Me too. I am so excited to chat with you today for so many reasons, but I would say number one, I love sharing tools that can help people manage stress. And it's always a bonus when there's research to back it up. And number two, anyone who knows me knows I am a huge sound junkie. I love using sound. To change my experience of reality. In short, really that's what it does for me. So I was wondering if we could start today's chat by just kind of talking about the power of sound.Karen Newell:
Well, sound has been used for millennia as a healing tool. In fact, I'm sure we don't know for certain what happened, but there is evidence that 40,000 years ago, the Aborigines in Australia used an instrument called the didgeridoo to help people with healing effects. And in fact, they still use the didgeridoo today and that's a pretty. Interesting instrument. I don't know if you've heard of it, but it's a really long sort of tube and they blow into it and make this really kind of injury to your sound. That's very cool. But that's been around for 40,000 years and cathedrals were built with sound properties in mind. All kinds of ancient structures were built with sound properties in mind. So sound has been an incredibly effective tool for humanity for thousands of years. And so there's a lot of modern ways to do it too. I know for me, the sounds that really helped me to calm myself are things like gongs or tuning forks or brass bowls or crystal bowls, anything that has that sort of intense kind of. Monotonous sort of sound really helps to quiet the mind. I agree with you, certainly.Heather Frederick:
So I always loved music and I used music a lot while I was writing my dissertation, but it wasn't until I went to an event that a friend invited me to where there were crystal bowls, which I'd never experienced someone walking around with a didgeridoo, a small one. And I absolutely felt like I had been bathed in the sound and left feeling like, Whoa, what just happened? I felt like my whole stressed out body had just been dipped in this tranquil pool and it was just so calming. And that's when I started getting curious and doing some research and going, wow. Okay. This is making sense because we're mostly water. Right. And , anything liquid is highly impacted by a vibration, by a frequency. And so , this idea that you could tone, that you could balance, that you could harmonize the cells in your body became really fascinating to me. And it sounds like as you were going through kind of your journey sound was an important part as well for you.Karen Newell:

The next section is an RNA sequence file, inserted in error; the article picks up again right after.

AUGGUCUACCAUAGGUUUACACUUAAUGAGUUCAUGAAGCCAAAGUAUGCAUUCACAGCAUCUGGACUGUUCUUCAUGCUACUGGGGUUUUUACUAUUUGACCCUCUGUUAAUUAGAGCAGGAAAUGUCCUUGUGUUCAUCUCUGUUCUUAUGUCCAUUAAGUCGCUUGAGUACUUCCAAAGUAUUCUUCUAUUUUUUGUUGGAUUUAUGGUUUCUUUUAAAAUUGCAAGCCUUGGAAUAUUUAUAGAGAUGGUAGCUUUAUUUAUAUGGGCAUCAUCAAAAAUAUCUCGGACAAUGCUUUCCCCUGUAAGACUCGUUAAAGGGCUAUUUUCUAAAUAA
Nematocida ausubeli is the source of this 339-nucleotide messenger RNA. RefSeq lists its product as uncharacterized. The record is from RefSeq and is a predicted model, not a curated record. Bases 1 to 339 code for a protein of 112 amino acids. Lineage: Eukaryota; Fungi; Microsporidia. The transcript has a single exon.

It was important. And you know, I liked music like everybody else, but when I listened to it to calm my mind, it was very challenging because I would want to sing along with the lyrics or follow the melody. So that's why I liked those monotonous kind of drone kind of sounds, but it was really when I was sort of exploring ways to I'll say, get in touch with my inner consciousness and that included a practice of meditation. And for me, this was many years ago, meditation was really just an impossible task. I was a very busy project manager working in a publishing company. And all I could do when I sat down to meditate is think about all the tasks I needed to be doing.And I didn't understand this: